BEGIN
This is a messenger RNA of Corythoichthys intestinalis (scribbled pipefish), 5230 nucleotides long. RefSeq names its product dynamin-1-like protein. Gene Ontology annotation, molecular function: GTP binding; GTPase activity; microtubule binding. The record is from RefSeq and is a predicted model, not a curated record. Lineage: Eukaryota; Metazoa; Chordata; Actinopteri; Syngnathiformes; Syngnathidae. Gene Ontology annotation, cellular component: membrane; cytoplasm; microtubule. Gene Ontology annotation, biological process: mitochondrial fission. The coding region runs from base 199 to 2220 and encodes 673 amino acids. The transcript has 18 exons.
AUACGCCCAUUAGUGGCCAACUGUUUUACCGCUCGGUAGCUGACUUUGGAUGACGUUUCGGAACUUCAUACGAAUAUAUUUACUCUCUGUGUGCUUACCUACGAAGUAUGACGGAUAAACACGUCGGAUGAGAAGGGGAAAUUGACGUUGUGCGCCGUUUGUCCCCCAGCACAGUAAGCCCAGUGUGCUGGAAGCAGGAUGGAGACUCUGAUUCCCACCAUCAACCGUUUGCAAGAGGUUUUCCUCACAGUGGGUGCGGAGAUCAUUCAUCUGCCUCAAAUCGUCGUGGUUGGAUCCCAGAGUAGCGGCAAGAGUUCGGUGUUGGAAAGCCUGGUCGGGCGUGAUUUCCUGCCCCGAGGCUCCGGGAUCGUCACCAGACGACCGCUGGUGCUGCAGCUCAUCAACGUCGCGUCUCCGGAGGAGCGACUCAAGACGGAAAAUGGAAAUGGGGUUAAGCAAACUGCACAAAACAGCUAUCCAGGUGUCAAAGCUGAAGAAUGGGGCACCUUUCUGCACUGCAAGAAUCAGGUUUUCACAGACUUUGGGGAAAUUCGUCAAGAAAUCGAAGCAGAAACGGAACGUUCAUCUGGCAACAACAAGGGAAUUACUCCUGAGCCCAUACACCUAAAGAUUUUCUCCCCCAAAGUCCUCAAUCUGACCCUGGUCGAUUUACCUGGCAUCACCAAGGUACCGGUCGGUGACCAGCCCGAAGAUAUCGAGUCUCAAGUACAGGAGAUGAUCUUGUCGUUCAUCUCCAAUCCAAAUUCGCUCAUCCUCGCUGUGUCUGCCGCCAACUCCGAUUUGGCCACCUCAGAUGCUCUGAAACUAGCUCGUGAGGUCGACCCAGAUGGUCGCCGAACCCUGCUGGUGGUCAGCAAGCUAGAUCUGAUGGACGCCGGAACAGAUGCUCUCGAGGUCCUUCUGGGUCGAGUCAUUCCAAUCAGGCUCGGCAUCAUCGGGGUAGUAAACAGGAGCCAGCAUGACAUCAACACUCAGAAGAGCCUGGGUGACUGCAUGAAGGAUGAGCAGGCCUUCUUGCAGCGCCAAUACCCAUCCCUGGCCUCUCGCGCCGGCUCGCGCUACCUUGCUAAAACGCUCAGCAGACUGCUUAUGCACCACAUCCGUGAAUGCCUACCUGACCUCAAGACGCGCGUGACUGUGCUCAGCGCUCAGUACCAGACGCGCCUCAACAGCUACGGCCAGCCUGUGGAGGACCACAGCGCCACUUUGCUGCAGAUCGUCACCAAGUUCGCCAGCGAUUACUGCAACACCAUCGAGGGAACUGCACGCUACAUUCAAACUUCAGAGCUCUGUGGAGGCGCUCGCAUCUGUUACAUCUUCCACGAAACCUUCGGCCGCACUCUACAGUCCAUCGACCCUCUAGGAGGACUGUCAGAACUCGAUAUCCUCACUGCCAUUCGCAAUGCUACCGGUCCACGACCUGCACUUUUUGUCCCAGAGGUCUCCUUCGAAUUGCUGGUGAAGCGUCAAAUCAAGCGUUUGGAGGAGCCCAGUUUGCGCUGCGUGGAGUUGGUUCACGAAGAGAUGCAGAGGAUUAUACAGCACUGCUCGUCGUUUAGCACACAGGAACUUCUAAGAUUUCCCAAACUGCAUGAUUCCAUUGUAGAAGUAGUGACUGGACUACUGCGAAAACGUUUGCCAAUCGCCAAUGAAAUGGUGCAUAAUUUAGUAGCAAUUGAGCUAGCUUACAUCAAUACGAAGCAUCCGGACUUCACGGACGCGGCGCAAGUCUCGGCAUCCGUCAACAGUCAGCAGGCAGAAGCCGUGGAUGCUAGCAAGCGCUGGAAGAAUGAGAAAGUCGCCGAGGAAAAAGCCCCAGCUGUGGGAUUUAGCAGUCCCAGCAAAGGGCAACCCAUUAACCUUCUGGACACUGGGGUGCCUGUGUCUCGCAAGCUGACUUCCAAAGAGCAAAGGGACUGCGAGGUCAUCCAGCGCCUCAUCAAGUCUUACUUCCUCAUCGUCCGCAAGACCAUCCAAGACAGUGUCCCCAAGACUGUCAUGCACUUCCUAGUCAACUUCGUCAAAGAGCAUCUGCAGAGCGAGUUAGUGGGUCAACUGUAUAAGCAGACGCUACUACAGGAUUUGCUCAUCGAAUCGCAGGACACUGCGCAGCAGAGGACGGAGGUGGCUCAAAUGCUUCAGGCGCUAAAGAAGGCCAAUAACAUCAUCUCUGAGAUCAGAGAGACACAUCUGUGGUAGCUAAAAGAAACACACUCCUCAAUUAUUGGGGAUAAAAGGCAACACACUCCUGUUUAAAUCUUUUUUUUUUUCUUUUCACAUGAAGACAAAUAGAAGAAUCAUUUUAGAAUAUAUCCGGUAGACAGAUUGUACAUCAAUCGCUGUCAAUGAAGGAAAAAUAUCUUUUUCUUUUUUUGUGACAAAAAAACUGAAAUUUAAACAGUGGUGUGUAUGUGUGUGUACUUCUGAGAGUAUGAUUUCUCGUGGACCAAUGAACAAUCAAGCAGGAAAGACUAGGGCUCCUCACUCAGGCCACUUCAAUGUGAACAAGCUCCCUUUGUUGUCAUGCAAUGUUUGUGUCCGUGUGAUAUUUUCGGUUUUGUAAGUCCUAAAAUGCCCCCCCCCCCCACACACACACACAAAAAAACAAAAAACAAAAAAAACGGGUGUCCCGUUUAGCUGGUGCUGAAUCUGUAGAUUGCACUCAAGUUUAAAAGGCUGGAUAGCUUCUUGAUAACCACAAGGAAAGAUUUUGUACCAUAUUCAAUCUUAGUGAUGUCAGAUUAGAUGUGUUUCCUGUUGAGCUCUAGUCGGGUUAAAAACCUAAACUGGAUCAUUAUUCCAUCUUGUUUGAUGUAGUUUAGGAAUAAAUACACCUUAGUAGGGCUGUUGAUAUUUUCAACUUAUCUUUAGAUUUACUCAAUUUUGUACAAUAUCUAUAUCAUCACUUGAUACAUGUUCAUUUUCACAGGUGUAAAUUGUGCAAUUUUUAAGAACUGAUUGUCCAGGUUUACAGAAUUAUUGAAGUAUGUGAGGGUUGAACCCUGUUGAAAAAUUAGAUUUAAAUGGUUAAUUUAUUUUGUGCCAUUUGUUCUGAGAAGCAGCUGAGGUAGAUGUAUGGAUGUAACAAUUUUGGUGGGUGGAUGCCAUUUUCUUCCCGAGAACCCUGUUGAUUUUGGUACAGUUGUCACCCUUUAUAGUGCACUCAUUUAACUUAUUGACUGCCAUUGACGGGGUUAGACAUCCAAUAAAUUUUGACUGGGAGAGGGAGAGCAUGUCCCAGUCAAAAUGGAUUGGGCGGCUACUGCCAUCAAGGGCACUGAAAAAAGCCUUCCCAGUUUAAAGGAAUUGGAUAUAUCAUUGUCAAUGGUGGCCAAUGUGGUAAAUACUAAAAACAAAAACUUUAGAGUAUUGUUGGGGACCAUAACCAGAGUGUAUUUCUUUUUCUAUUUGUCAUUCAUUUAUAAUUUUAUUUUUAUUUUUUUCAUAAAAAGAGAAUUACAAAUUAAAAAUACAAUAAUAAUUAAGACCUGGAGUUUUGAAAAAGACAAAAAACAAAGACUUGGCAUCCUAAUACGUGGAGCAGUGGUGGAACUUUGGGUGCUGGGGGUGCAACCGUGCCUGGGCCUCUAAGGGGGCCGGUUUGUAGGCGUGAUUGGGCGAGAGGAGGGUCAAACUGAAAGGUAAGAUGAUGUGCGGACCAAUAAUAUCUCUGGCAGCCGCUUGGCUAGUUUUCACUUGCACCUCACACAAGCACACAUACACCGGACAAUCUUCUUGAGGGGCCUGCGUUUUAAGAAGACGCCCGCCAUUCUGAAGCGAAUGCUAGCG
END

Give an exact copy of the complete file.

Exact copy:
This is a messenger RNA of Corythoichthys intestinalis (scribbled pipefish), 5230 nucleotides long. RefSeq names its product dynamin-1-like protein. Gene Ontology annotation, molecular function: GTP binding; GTPase activity; microtubule binding. The record is from RefSeq and is a predicted model, not a curated record. Lineage: Eukaryota; Metazoa; Chordata; Actinopteri; Syngnathiformes; Syngnathidae. Gene Ontology annotation, cellular component: membrane; cytoplasm; microtubule. Gene Ontology annotation, biological process: mitochondrial fission. The coding region runs from base 199 to 2220 and encodes 673 amino acids. The transcript has 18 exons.
AUACGCCCAUUAGUGGCCAACUGUUUUACCGCUCGGUAGCUGACUUUGGAUGACGUUUCGGAACUUCAUACGAAUAUAUUUACUCUCUGUGUGCUUACCUACGAAGUAUGACGGAUAAACACGUCGGAUGAGAAGGGGAAAUUGACGUUGUGCGCCGUUUGUCCCCCAGCACAGUAAGCCCAGUGUGCUGGAAGCAGGAUGGAGACUCUGAUUCCCACCAUCAACCGUUUGCAAGAGGUUUUCCUCACAGUGGGUGCGGAGAUCAUUCAUCUGCCUCAAAUCGUCGUGGUUGGAUCCCAGAGUAGCGGCAAGAGUUCGGUGUUGGAAAGCCUGGUCGGGCGUGAUUUCCUGCCCCGAGGCUCCGGGAUCGUCACCAGACGACCGCUGGUGCUGCAGCUCAUCAACGUCGCGUCUCCGGAGGAGCGACUCAAGACGGAAAAUGGAAAUGGGGUUAAGCAAACUGCACAAAACAGCUAUCCAGGUGUCAAAGCUGAAGAAUGGGGCACCUUUCUGCACUGCAAGAAUCAGGUUUUCACAGACUUUGGGGAAAUUCGUCAAGAAAUCGAAGCAGAAACGGAACGUUCAUCUGGCAACAACAAGGGAAUUACUCCUGAGCCCAUACACCUAAAGAUUUUCUCCCCCAAAGUCCUCAAUCUGACCCUGGUCGAUUUACCUGGCAUCACCAAGGUACCGGUCGGUGACCAGCCCGAAGAUAUCGAGUCUCAAGUACAGGAGAUGAUCUUGUCGUUCAUCUCCAAUCCAAAUUCGCUCAUCCUCGCUGUGUCUGCCGCCAACUCCGAUUUGGCCACCUCAGAUGCUCUGAAACUAGCUCGUGAGGUCGACCCAGAUGGUCGCCGAACCCUGCUGGUGGUCAGCAAGCUAGAUCUGAUGGACGCCGGAACAGAUGCUCUCGAGGUCCUUCUGGGUCGAGUCAUUCCAAUCAGGCUCGGCAUCAUCGGGGUAGUAAACAGGAGCCAGCAUGACAUCAACACUCAGAAGAGCCUGGGUGACUGCAUGAAGGAUGAGCAGGCCUUCUUGCAGCGCCAAUACCCAUCCCUGGCCUCUCGCGCCGGCUCGCGCUACCUUGCUAAAACGCUCAGCAGACUGCUUAUGCACCACAUCCGUGAAUGCCUACCUGACCUCAAGACGCGCGUGACUGUGCUCAGCGCUCAGUACCAGACGCGCCUCAACAGCUACGGCCAGCCUGUGGAGGACCACAGCGCCACUUUGCUGCAGAUCGUCACCAAGUUCGCCAGCGAUUACUGCAACACCAUCGAGGGAACUGCACGCUACAUUCAAACUUCAGAGCUCUGUGGAGGCGCUCGCAUCUGUUACAUCUUCCACGAAACCUUCGGCCGCACUCUACAGUCCAUCGACCCUCUAGGAGGACUGUCAGAACUCGAUAUCCUCACUGCCAUUCGCAAUGCUACCGGUCCACGACCUGCACUUUUUGUCCCAGAGGUCUCCUUCGAAUUGCUGGUGAAGCGUCAAAUCAAGCGUUUGGAGGAGCCCAGUUUGCGCUGCGUGGAGUUGGUUCACGAAGAGAUGCAGAGGAUUAUACAGCACUGCUCGUCGUUUAGCACACAGGAACUUCUAAGAUUUCCCAAACUGCAUGAUUCCAUUGUAGAAGUAGUGACUGGACUACUGCGAAAACGUUUGCCAAUCGCCAAUGAAAUGGUGCAUAAUUUAGUAGCAAUUGAGCUAGCUUACAUCAAUACGAAGCAUCCGGACUUCACGGACGCGGCGCAAGUCUCGGCAUCCGUCAACAGUCAGCAGGCAGAAGCCGUGGAUGCUAGCAAGCGCUGGAAGAAUGAGAAAGUCGCCGAGGAAAAAGCCCCAGCUGUGGGAUUUAGCAGUCCCAGCAAAGGGCAACCCAUUAACCUUCUGGACACUGGGGUGCCUGUGUCUCGCAAGCUGACUUCCAAAGAGCAAAGGGACUGCGAGGUCAUCCAGCGCCUCAUCAAGUCUUACUUCCUCAUCGUCCGCAAGACCAUCCAAGACAGUGUCCCCAAGACUGUCAUGCACUUCCUAGUCAACUUCGUCAAAGAGCAUCUGCAGAGCGAGUUAGUGGGUCAACUGUAUAAGCAGACGCUACUACAGGAUUUGCUCAUCGAAUCGCAGGACACUGCGCAGCAGAGGACGGAGGUGGCUCAAAUGCUUCAGGCGCUAAAGAAGGCCAAUAACAUCAUCUCUGAGAUCAGAGAGACACAUCUGUGGUAGCUAAAAGAAACACACUCCUCAAUUAUUGGGGAUAAAAGGCAACACACUCCUGUUUAAAUCUUUUUUUUUUUCUUUUCACAUGAAGACAAAUAGAAGAAUCAUUUUAGAAUAUAUCCGGUAGACAGAUUGUACAUCAAUCGCUGUCAAUGAAGGAAAAAUAUCUUUUUCUUUUUUUGUGACAAAAAAACUGAAAUUUAAACAGUGGUGUGUAUGUGUGUGUACUUCUGAGAGUAUGAUUUCUCGUGGACCAAUGAACAAUCAAGCAGGAAAGACUAGGGCUCCUCACUCAGGCCACUUCAAUGUGAACAAGCUCCCUUUGUUGUCAUGCAAUGUUUGUGUCCGUGUGAUAUUUUCGGUUUUGUAAGUCCUAAAAUGCCCCCCCCCCCCACACACACACACAAAAAAACAAAAAACAAAAAAAACGGGUGUCCCGUUUAGCUGGUGCUGAAUCUGUAGAUUGCACUCAAGUUUAAAAGGCUGGAUAGCUUCUUGAUAACCACAAGGAAAGAUUUUGUACCAUAUUCAAUCUUAGUGAUGUCAGAUUAGAUGUGUUUCCUGUUGAGCUCUAGUCGGGUUAAAAACCUAAACUGGAUCAUUAUUCCAUCUUGUUUGAUGUAGUUUAGGAAUAAAUACACCUUAGUAGGGCUGUUGAUAUUUUCAACUUAUCUUUAGAUUUACUCAAUUUUGUACAAUAUCUAUAUCAUCACUUGAUACAUGUUCAUUUUCACAGGUGUAAAUUGUGCAAUUUUUAAGAACUGAUUGUCCAGGUUUACAGAAUUAUUGAAGUAUGUGAGGGUUGAACCCUGUUGAAAAAUUAGAUUUAAAUGGUUAAUUUAUUUUGUGCCAUUUGUUCUGAGAAGCAGCUGAGGUAGAUGUAUGGAUGUAACAAUUUUGGUGGGUGGAUGCCAUUUUCUUCCCGAGAACCCUGUUGAUUUUGGUACAGUUGUCACCCUUUAUAGUGCACUCAUUUAACUUAUUGACUGCCAUUGACGGGGUUAGACAUCCAAUAAAUUUUGACUGGGAGAGGGAGAGCAUGUCCCAGUCAAAAUGGAUUGGGCGGCUACUGCCAUCAAGGGCACUGAAAAAAGCCUUCCCAGUUUAAAGGAAUUGGAUAUAUCAUUGUCAAUGGUGGCCAAUGUGGUAAAUACUAAAAACAAAAACUUUAGAGUAUUGUUGGGGACCAUAACCAGAGUGUAUUUCUUUUUCUAUUUGUCAUUCAUUUAUAAUUUUAUUUUUAUUUUUUUCAUAAAAAGAGAAUUACAAAUUAAAAAUACAAUAAUAAUUAAGACCUGGAGUUUUGAAAAAGACAAAAAACAAAGACUUGGCAUCCUAAUACGUGGAGCAGUGGUGGAACUUUGGGUGCUGGGGGUGCAACCGUGCCUGGGCCUCUAAGGGGGCCGGUUUGUAGGCGUGAUUGGGCGAGAGGAGGGUCAAACUGAAAGGUAAGAUGAUGUGCGGACCAAUAAUAUCUCUGGCAGCCGCUUGGCUAGUUUUCACUUGCACCUCACACAAGCACACAUACACCGGACAAUCUUCUUGAGGGGCCUGCGUUUUAAGAAGACGCCCGCCAUUCUGAAGCGAAUGCUAGCG